1887

Chapter 3 : Six Plagues of Antiquity

MyBook is a cheap paperback edition of the original book and will be sold at uniform, low price.

Preview this chapter:
Zoom in
Zoomout

Six Plagues of Antiquity, Page 1 of 2

| /docserver/preview/fulltext/10.1128/9781555816483/9781555813567_Chap03-1.gif /docserver/preview/fulltext/10.1128/9781555816483/9781555813567_Chap03-2.gif

Abstract:

The diseases of antiquity (5000 BC to AD 700) were characterized by parasites with long-lived transmission stages (e.g., eggs) as well as those involving person-to-person contact. Most diseases became established only when a persistent small number of infectious individuals could be maintained, i.e., when the disease became endemic; this required populations greater than a few hundred thousand. The cause of snail fever, the disease that set the Egyptian civilization on its inexorable downward spiral, was unknown to the ancient Egyptians because the transmission stages of the parasite (eggs, miracidia, and cercariae) are microscopic; in addition, the adult worms themselves are tiny and live within the small blood vessels, so they were unnoticed for thousands of years. Blood fluke disease, also known as snail fever or endemic hematuria, involves feces or urine, water, snails, and a flatworm. The life cycle and mode of transmission of the schistosome to a human was first demonstrated between 1908 and 1910 in Japan. Each day, hundreds of embryo-containing eggs move across the walls of the veins into the bladder or intestine, aided by the host’s inflammatory response, and in the process, eggs become enclosed in a small tumor called a granuloma. Diagnosis of schistosomiasis is made by examining stools and urine under the light microscope and finding eggs. The plague of Athens demoralized the citizenry, destroyed the fighting power of the Athenian navy, and prevented the launching of an attack against Sparta.

Citation: Sherman I. 2006. Six Plagues of Antiquity, p 42-65. In The Power of Plagues. ASM Press, Washington, DC. doi: 10.1128/9781555816483.ch3
Highlighted Text: Show | Hide
Loading full text...

Full text loading...

Figures

Image of Figure 3.1
Figure 3.1

Plague in an Ancient City (detail), circa 1652–1654 by Michael Sweerts (1624–1664). Museum number AC1997.10.1. Courtesy of the Los Angeles Country Museum of Art, gift of The Ahmanson Foundation. Photograph © 2005 Museum Associates/LACMA.

Citation: Sherman I. 2006. Six Plagues of Antiquity, p 42-65. In The Power of Plagues. ASM Press, Washington, DC. doi: 10.1128/9781555816483.ch3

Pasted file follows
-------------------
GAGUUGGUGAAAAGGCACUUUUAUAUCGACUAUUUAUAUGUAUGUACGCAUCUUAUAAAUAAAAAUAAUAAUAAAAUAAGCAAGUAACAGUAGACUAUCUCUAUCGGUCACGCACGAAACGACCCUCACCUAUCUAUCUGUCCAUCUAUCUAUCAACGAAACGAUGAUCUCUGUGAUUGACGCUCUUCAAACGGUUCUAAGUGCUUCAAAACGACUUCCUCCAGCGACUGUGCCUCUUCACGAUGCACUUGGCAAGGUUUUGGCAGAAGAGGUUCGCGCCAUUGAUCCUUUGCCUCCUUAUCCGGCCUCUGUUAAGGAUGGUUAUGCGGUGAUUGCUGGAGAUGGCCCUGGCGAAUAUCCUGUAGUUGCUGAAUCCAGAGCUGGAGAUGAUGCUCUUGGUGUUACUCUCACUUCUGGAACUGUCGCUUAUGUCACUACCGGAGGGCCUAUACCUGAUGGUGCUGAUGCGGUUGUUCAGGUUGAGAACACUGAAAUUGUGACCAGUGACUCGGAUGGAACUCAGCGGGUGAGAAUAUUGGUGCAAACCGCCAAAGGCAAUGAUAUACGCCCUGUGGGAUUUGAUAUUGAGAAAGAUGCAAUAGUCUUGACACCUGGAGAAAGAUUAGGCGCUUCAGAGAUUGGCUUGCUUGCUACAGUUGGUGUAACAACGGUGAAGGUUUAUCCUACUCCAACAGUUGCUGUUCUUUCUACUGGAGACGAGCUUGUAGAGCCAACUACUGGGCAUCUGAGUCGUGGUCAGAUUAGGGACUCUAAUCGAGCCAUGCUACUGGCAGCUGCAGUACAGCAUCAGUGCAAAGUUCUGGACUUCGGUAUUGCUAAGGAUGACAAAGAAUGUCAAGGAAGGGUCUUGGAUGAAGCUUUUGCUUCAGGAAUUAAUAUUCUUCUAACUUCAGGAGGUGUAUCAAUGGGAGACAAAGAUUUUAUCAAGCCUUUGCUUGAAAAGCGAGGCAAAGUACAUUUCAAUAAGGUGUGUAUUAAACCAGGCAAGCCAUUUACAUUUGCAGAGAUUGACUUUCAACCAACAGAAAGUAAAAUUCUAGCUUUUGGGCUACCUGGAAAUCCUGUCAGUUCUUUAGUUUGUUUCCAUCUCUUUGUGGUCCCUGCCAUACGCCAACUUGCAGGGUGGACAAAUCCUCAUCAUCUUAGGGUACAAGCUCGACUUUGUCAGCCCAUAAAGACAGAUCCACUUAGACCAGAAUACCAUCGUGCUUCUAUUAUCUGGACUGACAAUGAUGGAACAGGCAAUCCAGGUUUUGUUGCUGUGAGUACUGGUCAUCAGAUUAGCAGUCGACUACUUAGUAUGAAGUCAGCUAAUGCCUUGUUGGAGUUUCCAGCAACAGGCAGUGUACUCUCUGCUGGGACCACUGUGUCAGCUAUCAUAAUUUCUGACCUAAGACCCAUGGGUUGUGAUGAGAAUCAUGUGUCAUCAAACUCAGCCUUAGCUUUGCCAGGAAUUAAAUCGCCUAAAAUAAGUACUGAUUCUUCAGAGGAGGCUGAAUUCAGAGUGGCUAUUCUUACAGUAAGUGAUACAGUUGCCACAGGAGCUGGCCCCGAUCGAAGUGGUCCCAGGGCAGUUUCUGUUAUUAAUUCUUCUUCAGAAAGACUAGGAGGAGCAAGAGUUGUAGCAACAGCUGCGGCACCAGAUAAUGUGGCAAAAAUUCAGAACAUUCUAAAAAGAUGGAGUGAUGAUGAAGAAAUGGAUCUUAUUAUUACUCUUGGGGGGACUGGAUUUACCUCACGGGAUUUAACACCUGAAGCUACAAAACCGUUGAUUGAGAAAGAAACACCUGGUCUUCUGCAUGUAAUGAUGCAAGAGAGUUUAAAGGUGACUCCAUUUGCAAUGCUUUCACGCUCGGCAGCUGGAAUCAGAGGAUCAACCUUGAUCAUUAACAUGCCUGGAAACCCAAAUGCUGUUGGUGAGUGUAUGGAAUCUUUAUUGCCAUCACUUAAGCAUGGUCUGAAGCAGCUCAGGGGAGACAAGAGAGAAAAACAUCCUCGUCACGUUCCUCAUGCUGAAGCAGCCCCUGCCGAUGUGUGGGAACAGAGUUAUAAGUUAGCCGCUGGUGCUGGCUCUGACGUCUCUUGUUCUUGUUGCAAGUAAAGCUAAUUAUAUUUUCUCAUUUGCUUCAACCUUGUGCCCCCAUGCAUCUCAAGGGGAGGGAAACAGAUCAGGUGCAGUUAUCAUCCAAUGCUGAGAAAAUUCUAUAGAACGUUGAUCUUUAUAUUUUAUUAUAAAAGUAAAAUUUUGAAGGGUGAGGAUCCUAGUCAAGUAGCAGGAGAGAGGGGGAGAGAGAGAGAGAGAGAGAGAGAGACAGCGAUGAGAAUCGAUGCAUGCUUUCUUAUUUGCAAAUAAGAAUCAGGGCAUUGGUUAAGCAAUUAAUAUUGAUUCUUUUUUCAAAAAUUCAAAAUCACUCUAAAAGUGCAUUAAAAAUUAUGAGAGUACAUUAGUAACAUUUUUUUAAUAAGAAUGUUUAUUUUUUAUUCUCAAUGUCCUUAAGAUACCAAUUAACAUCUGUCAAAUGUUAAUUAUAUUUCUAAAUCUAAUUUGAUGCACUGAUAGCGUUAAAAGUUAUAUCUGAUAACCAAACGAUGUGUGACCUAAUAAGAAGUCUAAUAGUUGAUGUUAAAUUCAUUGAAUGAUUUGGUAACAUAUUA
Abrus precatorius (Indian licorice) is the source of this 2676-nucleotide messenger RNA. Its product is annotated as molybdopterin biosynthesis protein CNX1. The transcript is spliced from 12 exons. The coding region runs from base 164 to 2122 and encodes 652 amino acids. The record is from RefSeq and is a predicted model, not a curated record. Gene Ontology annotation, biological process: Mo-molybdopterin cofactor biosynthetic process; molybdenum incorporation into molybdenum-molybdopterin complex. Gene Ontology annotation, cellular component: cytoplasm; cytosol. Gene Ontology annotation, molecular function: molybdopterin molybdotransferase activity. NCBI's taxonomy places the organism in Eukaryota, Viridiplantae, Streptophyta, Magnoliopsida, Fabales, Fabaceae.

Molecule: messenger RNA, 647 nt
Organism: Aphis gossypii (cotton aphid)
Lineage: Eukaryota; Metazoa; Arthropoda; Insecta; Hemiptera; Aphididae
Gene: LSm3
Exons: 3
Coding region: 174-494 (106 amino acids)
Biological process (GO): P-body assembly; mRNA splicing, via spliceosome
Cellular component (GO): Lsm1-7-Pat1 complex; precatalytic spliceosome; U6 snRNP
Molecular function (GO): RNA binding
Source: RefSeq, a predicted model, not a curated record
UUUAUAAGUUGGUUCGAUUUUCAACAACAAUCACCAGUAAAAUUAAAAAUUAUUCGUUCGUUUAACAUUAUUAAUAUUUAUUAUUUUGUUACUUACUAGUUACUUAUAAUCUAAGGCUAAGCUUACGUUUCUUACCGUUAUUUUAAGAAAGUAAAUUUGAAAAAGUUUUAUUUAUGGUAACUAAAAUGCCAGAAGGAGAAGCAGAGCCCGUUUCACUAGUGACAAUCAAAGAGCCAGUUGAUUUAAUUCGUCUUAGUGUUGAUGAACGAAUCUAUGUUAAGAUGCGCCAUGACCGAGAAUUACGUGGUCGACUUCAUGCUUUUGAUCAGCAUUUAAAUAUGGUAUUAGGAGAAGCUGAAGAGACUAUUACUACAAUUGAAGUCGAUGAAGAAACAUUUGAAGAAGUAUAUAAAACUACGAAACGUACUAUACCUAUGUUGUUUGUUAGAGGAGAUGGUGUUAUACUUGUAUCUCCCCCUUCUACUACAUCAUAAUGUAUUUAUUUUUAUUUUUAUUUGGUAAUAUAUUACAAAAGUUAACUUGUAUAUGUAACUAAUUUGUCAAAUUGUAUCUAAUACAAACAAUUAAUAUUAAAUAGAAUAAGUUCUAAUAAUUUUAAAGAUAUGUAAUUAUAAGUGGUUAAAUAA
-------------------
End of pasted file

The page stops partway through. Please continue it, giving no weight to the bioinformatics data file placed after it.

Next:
Permissions and Reprints Request Permissions
Download as Powerpoint
Image of Figure 3.2
Figure 3.2

The blood fluke Schistosoma, causative agent of the Pharaoh's Plague. (A) Hieroglyphic; (B) calcified egg from a mummy; (C) Schistosoma haematobium egg, as seen with a light microscope; (D) Schistosoma mansoni egg with miracidium inside; (E) adults in copula, as seen with the scanning electron microscope (from David Halton); (F) ciliated miracidium, as seen with the scanning electron microscope (courtesy of Vaughan Southgate); and (G) cercaria, as seen by scanning electron microscopy (from David Halton). mw, male worm; fw, female worm; gc, gynecophoric canal.

Citation: Sherman I. 2006. Six Plagues of Antiquity, p 42-65. In The Power of Plagues. ASM Press, Washington, DC. doi: 10.1128/9781555816483.ch3
Permissions and Reprints Request Permissions
Download as Powerpoint
Image of Figure 3.3
Figure 3.3

Two young boys infected with blood flues.

Citation: Sherman I. 2006. Six Plagues of Antiquity, p 42-65. In The Power of Plagues. ASM Press, Washington, DC. doi: 10.1128/9781555816483.ch3
Permissions and Reprints Request Permissions
Download as Powerpoint
Image of Figure 3.4
Figure 3.4

The physician Jason, a contemporary of Hoppocrates, palpating the spleen (from a funerary urn in The British Museum, London).

Citation: Sherman I. 2006. Six Plagues of Antiquity, p 42-65. In The Power of Plagues. ASM Press, Washington, DC. doi: 10.1128/9781555816483.ch3
Permissions and Reprints Request Permissions
Download as Powerpoint

References

/content/book/10.1128/9781555816483.chap03

This is a required field
Please enter a valid email address
Please check the format of the address you have entered.
Approval was a Success
Invalid data
An Error Occurred
Approval was partially successful, following selected items could not be processed due to error